The farmland market continues to be quiet, with ongoing political and economic uncertainty constraining both the amount of land coming forward and the number of transactions, according to land and property specialists Strutt & Parker.
Since the start of the year just 56,300 acres has been publicly marketed in England, which is the smallest amount in the last 10 years.
The figures are from Strutt & Parker’s Farmland Database which records the details of blocks of marketed farmland over 100 acres in size.
The number of farms for sale is down in all regions, apart from in the South West of England.
Supply is particularly low in the East Midlands, East of England and the North West.
“Less than 16,000 acres of land has been publicly launched in England over the past three months,” says Strutt & Parker’s head of estates & farm agency Michael Fiddes.
“This means that across the whole of 2019, supply is down more than 40% against 2018 levels. It is looking like Q4 will also be quiet.
“However, this significant drop in supply is acting as a counterbalance to weaker demand – particularly from farmers needing to borrow to fund an acquisition – keeping average prices relatively static.”
Mr Fiddes says that while there are generally fewer active buyers in the marketplace than at the peak of the market, demand has not dropped by as much as supply.
57% of the land marketed in the first six months of 2019 has already sold or is currently under offer. This is the same proportion as had sold at this time in 2018 (56%).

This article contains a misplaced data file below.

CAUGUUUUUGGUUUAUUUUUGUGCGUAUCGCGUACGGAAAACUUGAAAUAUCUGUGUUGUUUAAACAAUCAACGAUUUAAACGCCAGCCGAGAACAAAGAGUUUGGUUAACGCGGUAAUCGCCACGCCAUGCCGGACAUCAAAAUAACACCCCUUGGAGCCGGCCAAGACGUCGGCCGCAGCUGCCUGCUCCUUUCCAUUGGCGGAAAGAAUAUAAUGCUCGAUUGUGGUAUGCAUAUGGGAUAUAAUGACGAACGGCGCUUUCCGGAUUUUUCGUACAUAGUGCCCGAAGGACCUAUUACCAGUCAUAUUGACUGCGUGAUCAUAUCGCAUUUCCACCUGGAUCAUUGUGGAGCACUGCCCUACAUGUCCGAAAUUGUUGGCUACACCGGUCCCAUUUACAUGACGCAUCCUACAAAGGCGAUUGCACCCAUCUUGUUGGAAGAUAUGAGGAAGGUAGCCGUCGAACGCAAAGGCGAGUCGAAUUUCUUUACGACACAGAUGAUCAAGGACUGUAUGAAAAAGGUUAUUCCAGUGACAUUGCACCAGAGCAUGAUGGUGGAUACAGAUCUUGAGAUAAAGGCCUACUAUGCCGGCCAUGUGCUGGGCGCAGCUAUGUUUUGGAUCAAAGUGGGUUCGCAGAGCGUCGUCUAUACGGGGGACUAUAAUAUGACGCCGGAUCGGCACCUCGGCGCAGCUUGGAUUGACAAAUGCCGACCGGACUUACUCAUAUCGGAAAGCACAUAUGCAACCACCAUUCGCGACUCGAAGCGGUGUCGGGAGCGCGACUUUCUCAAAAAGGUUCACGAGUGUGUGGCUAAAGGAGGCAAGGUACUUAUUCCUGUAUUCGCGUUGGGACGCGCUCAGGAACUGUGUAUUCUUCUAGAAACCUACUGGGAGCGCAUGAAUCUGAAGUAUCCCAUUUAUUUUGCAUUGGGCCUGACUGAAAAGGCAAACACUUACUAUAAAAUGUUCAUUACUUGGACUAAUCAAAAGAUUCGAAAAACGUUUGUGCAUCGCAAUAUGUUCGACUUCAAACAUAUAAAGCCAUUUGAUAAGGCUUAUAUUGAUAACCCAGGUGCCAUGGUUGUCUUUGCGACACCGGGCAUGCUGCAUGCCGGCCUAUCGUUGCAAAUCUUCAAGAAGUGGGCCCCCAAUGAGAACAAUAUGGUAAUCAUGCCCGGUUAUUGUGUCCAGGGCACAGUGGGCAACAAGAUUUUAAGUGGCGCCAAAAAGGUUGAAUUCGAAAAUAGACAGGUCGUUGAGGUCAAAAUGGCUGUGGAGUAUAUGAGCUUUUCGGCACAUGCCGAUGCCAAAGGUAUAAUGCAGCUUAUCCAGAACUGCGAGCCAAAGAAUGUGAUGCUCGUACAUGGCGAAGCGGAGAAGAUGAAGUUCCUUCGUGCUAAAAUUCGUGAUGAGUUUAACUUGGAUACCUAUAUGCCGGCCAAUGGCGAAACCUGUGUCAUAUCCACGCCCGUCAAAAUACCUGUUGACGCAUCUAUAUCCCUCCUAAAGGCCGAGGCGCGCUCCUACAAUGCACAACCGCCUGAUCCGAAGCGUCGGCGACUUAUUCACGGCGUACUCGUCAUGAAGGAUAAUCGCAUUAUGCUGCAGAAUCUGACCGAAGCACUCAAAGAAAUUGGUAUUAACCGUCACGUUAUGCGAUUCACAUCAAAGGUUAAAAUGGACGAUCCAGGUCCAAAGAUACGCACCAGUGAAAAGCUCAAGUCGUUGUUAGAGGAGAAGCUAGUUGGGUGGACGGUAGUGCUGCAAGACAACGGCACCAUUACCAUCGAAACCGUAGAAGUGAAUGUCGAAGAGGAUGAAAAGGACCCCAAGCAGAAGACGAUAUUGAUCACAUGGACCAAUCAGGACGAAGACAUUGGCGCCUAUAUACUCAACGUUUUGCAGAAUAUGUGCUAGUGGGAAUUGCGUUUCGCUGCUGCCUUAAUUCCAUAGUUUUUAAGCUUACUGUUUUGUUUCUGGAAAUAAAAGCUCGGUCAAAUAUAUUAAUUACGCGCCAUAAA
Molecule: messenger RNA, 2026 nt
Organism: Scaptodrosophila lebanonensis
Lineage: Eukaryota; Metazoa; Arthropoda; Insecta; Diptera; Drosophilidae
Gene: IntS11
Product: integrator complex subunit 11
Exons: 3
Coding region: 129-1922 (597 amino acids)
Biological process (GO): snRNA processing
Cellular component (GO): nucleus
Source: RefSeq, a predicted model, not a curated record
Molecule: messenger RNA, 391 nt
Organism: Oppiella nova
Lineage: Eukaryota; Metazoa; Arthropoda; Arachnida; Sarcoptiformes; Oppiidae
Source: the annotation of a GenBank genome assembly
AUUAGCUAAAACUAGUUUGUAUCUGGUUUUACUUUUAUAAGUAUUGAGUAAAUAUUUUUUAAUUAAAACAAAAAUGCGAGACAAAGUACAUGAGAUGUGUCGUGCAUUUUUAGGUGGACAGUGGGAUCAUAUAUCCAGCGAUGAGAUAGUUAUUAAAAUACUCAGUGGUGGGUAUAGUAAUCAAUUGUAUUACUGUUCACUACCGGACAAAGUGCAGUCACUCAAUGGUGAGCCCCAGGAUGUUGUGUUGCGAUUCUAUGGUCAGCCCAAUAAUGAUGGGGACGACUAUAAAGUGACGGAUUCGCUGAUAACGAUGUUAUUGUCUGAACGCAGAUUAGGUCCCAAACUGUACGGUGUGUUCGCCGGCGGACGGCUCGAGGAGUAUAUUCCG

Demand remains strongest for bigger farms and weakest for smaller ones (between £750k – £1.5m).
One new development is that overseas buyers, particularly from Europe, have become more active in the UK market, taking advantage of the relative weakness in the value of sterling.
The relatively small number of sales which completed during Q3 make it difficult to establish reliable average values for the quarter.
The range in prices paid remains wide, with the value being driven by location, rather than the productive capacity of the land itself.
“However, the average price of arable land since the start of the year is £9,100/acre, only marginally lower than it was a year ago and about 15% lower than the Q2 2015 peak of £10,700/acre,” says Mr Fiddes.
“Less land is now selling for £10,000+/ acre and much more at £8,000/acre, however, there are plenty of anomalies. The highest price paid for arable land in Q3 2019 was £14,000/acre, with a low of £6,200/acre.”
Pasture prices have dropped for the first time in 10 years, due to less land selling at £10,000/acre, but it is too early to say if this trend will be sustained. Sales of pasture in Q3 2019 ranged from £5,500/acre to £9,000/acre.
“The drop-off in supply is something that we expected, as we have seen during previous rounds of common Agricultural Policy (CAP) reforms that where there is uncertainty, there tends to be a fall in the amount of land marketed,” says Mr Fiddes.
“In view of this, there is a chance that more land will come to the market in 2020 when there should be more certainty about future policy, but the significant variation in prices will continue.”